Werneckhof is a good sized place that spreads over 2 rooms. Marble tile is on the floor and the lots of dark wood makes up the walls and seating. Benches line most of the walls that match up with comfortable chairs at the well spaced large tables. Low lighting, white tablecloths and napkins, no background music, leaded glass windows on one wall and an enormous chandelier are other features to the room. They have achieved a 2 Michelin star rating because of their great food and superior service. Twin brothers fill the rolls of sommelier, Toby Klaas, and manager, Markus Klaas. They were both totally welcoming and helpful as well as keeping the pacing spot on while attending to your every need. In fact all the service people we dealt with there were outstanding. Chef Tohru Nakamura has been here since 2013 and was also very personable. If you get the opportunity to go, do so cause he makes food you don’t want to miss. The menu offered 2 tastings with 5 or 7 course options with optional wine pairings. The table didn’t all have to get the same thing so we opted to have both of the 7 course options and order our own wines. Some of the courses did overlap.
After decisions were made they brought a moist cloth to the table to prepare your hands.
The first snack was a beef tartar with parsley, créme fraîche and oxtail. It was in the form of a small tart and mildly flavored but very nice.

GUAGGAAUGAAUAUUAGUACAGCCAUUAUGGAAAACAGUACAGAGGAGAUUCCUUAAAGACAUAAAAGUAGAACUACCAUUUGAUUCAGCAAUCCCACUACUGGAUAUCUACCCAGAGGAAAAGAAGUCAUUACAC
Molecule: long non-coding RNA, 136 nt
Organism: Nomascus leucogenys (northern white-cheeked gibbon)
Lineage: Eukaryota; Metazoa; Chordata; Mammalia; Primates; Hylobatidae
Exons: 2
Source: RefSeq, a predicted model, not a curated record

Sepia was combined with chicory, Katsuobushi, comté and lovage – a dish representing the intersection of east and west. It was topped with the dry grated fish and was tasty. It was a dish of contrasts but they were well balanced and worked together.
The last snack was 2 bowls, one of Chawanmushi and the other Dashi. The first was blue fin tuna topped with wasabi and the latter was bonita in dashi broth. The broth definitely was fish based but the tuna was really good with nice seasonings.
Bread service included a light bread with a good chew and crisp crust and a rye bread. With them were grapeseed oil with chives, that was really green, butter with Japanese herbs and cream.
A Scottish scallop was served with carrot, kombu and rowan. The scallop had been lightly torched, barely cooked and combined with mandarin and purple carrots. Rowan berries were combined with carrots for the dressing. The plate held lots of strong flavors but all very fresh tasting and wonderful.
Aji (Japanese mackerel) was combined with crevettes bouquet, radish tofu and wasabi. Hot saki over the tofu were all accented with a wasabi vinaigrette and shrimp head paste. It was very tasty with a nice balance of flavors. The wasabi was subtle, not screaming and the fish was outstanding.
Salmon trout, from Germany, was plated with smoked chestnut couscous, char caviar and bay leaf. A bay leaf beurre blanc created the sauce and the smoked chestnut couscous was beside the fish topped with the caviar. The caviar had a good pop to the eggs and was fairly mild in flavor. The very lightly cooked couscous was fun and really tasty – a wonderful combination. A celery chip provided even more textural contrast. The sauce was not too heavy to make this a winner of a plate with a pleasant aftertaste.